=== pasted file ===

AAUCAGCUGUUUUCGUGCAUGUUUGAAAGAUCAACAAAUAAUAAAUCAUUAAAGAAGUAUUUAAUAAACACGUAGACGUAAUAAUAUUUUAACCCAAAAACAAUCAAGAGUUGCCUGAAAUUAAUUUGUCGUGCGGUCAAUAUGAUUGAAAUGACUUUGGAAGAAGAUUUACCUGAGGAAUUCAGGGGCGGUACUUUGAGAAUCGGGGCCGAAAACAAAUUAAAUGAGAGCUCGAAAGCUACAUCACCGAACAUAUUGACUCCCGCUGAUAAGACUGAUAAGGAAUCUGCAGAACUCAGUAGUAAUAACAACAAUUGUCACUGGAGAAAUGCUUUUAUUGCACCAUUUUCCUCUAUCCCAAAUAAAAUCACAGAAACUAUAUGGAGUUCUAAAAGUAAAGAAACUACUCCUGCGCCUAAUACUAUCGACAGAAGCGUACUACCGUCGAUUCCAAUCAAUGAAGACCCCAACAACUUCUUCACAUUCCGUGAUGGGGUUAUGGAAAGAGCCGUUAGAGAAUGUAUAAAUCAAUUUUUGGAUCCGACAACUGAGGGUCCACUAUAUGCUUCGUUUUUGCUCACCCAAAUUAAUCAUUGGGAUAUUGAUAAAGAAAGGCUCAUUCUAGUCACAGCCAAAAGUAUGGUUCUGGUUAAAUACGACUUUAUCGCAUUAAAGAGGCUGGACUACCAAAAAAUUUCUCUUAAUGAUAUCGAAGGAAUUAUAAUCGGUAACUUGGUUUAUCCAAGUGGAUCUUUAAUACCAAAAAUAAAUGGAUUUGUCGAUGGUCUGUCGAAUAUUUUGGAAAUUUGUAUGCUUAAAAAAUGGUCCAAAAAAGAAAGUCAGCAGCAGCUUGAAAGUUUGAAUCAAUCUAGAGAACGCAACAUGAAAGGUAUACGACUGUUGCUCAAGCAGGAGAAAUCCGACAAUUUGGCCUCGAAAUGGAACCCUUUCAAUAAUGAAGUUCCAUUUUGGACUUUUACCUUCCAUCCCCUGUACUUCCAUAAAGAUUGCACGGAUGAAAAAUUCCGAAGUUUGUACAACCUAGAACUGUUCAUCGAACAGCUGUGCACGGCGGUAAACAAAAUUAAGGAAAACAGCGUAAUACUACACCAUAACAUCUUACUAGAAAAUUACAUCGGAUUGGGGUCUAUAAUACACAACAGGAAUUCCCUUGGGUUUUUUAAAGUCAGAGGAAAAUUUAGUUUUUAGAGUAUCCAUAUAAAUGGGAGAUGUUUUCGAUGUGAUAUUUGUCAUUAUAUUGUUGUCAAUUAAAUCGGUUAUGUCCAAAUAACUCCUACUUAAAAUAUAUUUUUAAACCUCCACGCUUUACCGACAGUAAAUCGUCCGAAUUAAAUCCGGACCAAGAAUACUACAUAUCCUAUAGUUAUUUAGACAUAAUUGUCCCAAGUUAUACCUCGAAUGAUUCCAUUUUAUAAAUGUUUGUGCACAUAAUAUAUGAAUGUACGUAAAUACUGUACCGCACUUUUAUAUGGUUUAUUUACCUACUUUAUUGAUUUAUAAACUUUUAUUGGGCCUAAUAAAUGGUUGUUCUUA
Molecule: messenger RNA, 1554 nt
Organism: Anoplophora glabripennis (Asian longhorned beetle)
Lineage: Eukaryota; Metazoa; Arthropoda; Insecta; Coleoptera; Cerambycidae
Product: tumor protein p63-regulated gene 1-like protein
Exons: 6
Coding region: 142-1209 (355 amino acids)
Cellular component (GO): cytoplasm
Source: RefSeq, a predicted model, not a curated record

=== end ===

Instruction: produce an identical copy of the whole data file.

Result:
AAUCAGCUGUUUUCGUGCAUGUUUGAAAGAUCAACAAAUAAUAAAUCAUUAAAGAAGUAUUUAAUAAACACGUAGACGUAAUAAUAUUUUAACCCAAAAACAAUCAAGAGUUGCCUGAAAUUAAUUUGUCGUGCGGUCAAUAUGAUUGAAAUGACUUUGGAAGAAGAUUUACCUGAGGAAUUCAGGGGCGGUACUUUGAGAAUCGGGGCCGAAAACAAAUUAAAUGAGAGCUCGAAAGCUACAUCACCGAACAUAUUGACUCCCGCUGAUAAGACUGAUAAGGAAUCUGCAGAACUCAGUAGUAAUAACAACAAUUGUCACUGGAGAAAUGCUUUUAUUGCACCAUUUUCCUCUAUCCCAAAUAAAAUCACAGAAACUAUAUGGAGUUCUAAAAGUAAAGAAACUACUCCUGCGCCUAAUACUAUCGACAGAAGCGUACUACCGUCGAUUCCAAUCAAUGAAGACCCCAACAACUUCUUCACAUUCCGUGAUGGGGUUAUGGAAAGAGCCGUUAGAGAAUGUAUAAAUCAAUUUUUGGAUCCGACAACUGAGGGUCCACUAUAUGCUUCGUUUUUGCUCACCCAAAUUAAUCAUUGGGAUAUUGAUAAAGAAAGGCUCAUUCUAGUCACAGCCAAAAGUAUGGUUCUGGUUAAAUACGACUUUAUCGCAUUAAAGAGGCUGGACUACCAAAAAAUUUCUCUUAAUGAUAUCGAAGGAAUUAUAAUCGGUAACUUGGUUUAUCCAAGUGGAUCUUUAAUACCAAAAAUAAAUGGAUUUGUCGAUGGUCUGUCGAAUAUUUUGGAAAUUUGUAUGCUUAAAAAAUGGUCCAAAAAAGAAAGUCAGCAGCAGCUUGAAAGUUUGAAUCAAUCUAGAGAACGCAACAUGAAAGGUAUACGACUGUUGCUCAAGCAGGAGAAAUCCGACAAUUUGGCCUCGAAAUGGAACCCUUUCAAUAAUGAAGUUCCAUUUUGGACUUUUACCUUCCAUCCCCUGUACUUCCAUAAAGAUUGCACGGAUGAAAAAUUCCGAAGUUUGUACAACCUAGAACUGUUCAUCGAACAGCUGUGCACGGCGGUAAACAAAAUUAAGGAAAACAGCGUAAUACUACACCAUAACAUCUUACUAGAAAAUUACAUCGGAUUGGGGUCUAUAAUACACAACAGGAAUUCCCUUGGGUUUUUUAAAGUCAGAGGAAAAUUUAGUUUUUAGAGUAUCCAUAUAAAUGGGAGAUGUUUUCGAUGUGAUAUUUGUCAUUAUAUUGUUGUCAAUUAAAUCGGUUAUGUCCAAAUAACUCCUACUUAAAAUAUAUUUUUAAACCUCCACGCUUUACCGACAGUAAAUCGUCCGAAUUAAAUCCGGACCAAGAAUACUACAUAUCCUAUAGUUAUUUAGACAUAAUUGUCCCAAGUUAUACCUCGAAUGAUUCCAUUUUAUAAAUGUUUGUGCACAUAAUAUAUGAAUGUACGUAAAUACUGUACCGCACUUUUAUAUGGUUUAUUUACCUACUUUAUUGAUUUAUAAACUUUUAUUGGGCCUAAUAAAUGGUUGUUCUUA
Molecule: messenger RNA, 1554 nt
Organism: Anoplophora glabripennis (Asian longhorned beetle)
Lineage: Eukaryota; Metazoa; Arthropoda; Insecta; Coleoptera; Cerambycidae
Product: tumor protein p63-regulated gene 1-like protein
Exons: 6
Coding region: 142-1209 (355 amino acids)
Cellular component (GO): cytoplasm
Source: RefSeq, a predicted model, not a curated record